How much does the rest of the country dislike New York's Sen. Chuck Schumer? In today's N.Y. Times Schumer welcomes the appointment of former N.Y.P.D. chief Bernard Kerik as head of Homeland Security:
New York should always be the focal point of homeland security activities, and Bernie Kerik is a tried and true New Yorker who understands our city, our state, our problems and our needs. We look forward to working with him to bring greater help in terms of dollars and security for New York. [Emphasis added]
Not "a" focal point. "The" focal point. Sorry, D.C.! ... And forget what Kerik can do for the entire country--he'll bring dollars to New York! . ... P.S.: I remember seeing Schumer on TV shortly after 9/11, when everyone was on New York's side, and his first comment was to insist that it wasn't enough that New York City get the same amount of aid that another part of the country would get in a similar disaster--New York, as a national hub of business, demanded more than other regions would get! ... You get the feeling that if we captured Osama bin Laden, won the Iraq War, and peacefully brought democracy to North Korea Schumer would put out a statement applauding the victories because now more federal dollars could be redirected to Manhattan. ... P.P.S.: Here's a entertainingly nasty column about Kerik. He may actually be a hero, for all I know--but you wouldn't automatically think that someone whose most recent high-profile assignment was training the Iraqi police force would be first in line for a promotion. ... The Washington Post is skeptical too, featuring a rare vicious first-day blind quote:
A high-ranking business executive who is familiar with Kerik's tenure as police commissioner and as head trainer of Iraqi police recruits expressed shock at his selection, and said Kerik is not an accomplished manager. "Management just simply isn't his strong suit," the executive said.
But hey, if it means more money for New York ... Update: Here's a City Journal article arguing that Kerik turned around New York City's Department of Corrections. ... 12:55 P.M.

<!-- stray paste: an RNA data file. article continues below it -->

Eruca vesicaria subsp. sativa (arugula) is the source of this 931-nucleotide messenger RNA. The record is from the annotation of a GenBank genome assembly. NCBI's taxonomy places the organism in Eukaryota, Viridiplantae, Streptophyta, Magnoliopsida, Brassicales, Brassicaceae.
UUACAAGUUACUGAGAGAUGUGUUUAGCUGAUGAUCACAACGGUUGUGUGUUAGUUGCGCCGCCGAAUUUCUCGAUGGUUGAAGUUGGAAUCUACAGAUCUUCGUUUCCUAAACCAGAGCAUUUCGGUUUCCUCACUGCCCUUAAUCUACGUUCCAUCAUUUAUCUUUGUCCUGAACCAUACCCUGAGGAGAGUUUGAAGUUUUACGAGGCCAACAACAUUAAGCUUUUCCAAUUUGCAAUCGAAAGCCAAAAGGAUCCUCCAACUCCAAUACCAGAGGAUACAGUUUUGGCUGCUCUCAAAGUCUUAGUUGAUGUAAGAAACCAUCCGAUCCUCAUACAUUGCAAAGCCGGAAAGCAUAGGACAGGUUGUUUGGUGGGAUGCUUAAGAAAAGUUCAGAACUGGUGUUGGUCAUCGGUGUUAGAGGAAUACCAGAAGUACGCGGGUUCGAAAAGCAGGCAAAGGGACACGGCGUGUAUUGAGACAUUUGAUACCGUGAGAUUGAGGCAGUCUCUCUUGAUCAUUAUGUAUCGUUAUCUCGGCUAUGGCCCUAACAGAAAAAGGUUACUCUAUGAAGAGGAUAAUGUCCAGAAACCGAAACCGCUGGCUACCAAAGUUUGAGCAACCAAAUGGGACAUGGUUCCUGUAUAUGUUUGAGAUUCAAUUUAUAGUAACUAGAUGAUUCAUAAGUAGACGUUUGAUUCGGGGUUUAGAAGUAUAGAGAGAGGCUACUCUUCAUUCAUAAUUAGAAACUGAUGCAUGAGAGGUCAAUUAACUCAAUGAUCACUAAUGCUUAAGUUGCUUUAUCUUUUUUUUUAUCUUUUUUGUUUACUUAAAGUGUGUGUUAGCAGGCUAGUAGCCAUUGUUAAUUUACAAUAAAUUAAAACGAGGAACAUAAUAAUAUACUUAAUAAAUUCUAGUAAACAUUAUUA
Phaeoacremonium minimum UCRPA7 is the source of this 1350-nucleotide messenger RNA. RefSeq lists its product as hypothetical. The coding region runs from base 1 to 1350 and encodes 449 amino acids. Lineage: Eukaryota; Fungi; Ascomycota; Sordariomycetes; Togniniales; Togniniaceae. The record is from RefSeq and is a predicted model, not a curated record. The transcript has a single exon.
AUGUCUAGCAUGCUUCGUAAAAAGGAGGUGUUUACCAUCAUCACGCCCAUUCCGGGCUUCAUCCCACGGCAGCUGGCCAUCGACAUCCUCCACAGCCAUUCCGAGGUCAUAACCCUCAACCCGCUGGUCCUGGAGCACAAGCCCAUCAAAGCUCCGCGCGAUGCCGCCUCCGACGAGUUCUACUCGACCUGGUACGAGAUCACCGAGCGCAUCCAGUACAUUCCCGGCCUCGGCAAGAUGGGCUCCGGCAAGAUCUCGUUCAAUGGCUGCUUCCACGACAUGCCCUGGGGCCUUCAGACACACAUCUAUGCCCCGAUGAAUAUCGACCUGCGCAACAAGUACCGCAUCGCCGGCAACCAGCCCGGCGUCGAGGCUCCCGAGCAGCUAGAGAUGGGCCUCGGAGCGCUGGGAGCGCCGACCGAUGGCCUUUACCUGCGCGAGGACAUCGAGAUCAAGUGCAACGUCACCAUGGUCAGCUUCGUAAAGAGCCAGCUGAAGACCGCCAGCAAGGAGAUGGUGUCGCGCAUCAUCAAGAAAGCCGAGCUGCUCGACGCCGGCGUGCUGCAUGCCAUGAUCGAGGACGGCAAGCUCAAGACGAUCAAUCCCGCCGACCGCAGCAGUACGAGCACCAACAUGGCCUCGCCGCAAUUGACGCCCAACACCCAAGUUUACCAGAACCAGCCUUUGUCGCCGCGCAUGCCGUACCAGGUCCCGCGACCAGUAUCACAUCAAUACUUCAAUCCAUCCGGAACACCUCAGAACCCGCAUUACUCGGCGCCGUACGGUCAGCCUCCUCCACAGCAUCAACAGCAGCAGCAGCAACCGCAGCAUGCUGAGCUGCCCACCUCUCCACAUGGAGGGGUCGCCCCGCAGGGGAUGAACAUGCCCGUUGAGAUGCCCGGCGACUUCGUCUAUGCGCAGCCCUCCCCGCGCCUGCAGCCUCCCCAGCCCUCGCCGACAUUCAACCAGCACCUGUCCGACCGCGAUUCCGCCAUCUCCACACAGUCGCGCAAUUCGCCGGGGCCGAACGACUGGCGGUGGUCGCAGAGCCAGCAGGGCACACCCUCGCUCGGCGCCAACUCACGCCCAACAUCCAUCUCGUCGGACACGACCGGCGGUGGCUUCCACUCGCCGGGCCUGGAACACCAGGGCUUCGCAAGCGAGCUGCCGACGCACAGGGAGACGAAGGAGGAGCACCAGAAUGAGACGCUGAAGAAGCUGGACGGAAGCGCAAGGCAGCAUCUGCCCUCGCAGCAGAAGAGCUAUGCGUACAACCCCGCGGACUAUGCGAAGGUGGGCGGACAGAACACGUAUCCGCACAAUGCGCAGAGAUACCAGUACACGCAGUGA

Thursday, December 2, 2004
What do lower courts know! A federal District Court judge in Virginia has dismissed Dr. Steven Hatfill's libel suit against the New York Times over Nicholas Kristof's columns on the anthrax mailings of 2001. Kristof crows a bit about the decision on his blog, calling it an "excellent" ruling that is "a victory for the right of journalists to write aggressively about issues of national concern." A Times lawyer declares "This comes out in favor of our right to report accurately on an investigation that is still active, pre-arrest."
Well, of course the Times can report accurately about anything without fear of a libel judgment. Truth is a defense. The problem is that Hatfill alleges that some things Kristof said were "untruths," as the court put it. And the part of the district court decision I don't understand--it seems quite bogus--is the part where the judge throws out Hatfill's libel complaint about these alleged "discrete untruths" (like the one regarding how many polygraph exams Hatfill had taken and what the results were). Sure, Kristof can't be sued simply for reporting on an investigation, and he covered his ass enough in his columns to avoid the conclusion that he was saying Hatfill was the anthrax mailer. But does that mean he can say any old untrue thing about Hatfill along the way? For example, how exactly did the judge conclude that saying Hatfill had "failed 3 successive polygraph examinations" was "not harmful to [Hatfill's] reputation"? Wouldn't that harm anyone's reputation?** ...
Maybe I'm missing something, but if I were Kristof, I wouldn't crow too loudly. Lower court decisions are made to be reversed. ...
** Boilerplate: I'm not saying that what Kristof wrote is true or is not true. I have no knowledge or opinion about that issue. But to throw Hatfill's complaint out before a trial, the judge had to find that even if what Kristof wrote was untrue, it wasn't defamatory. That's the unpersuasive part. ... 1:50 P.M. link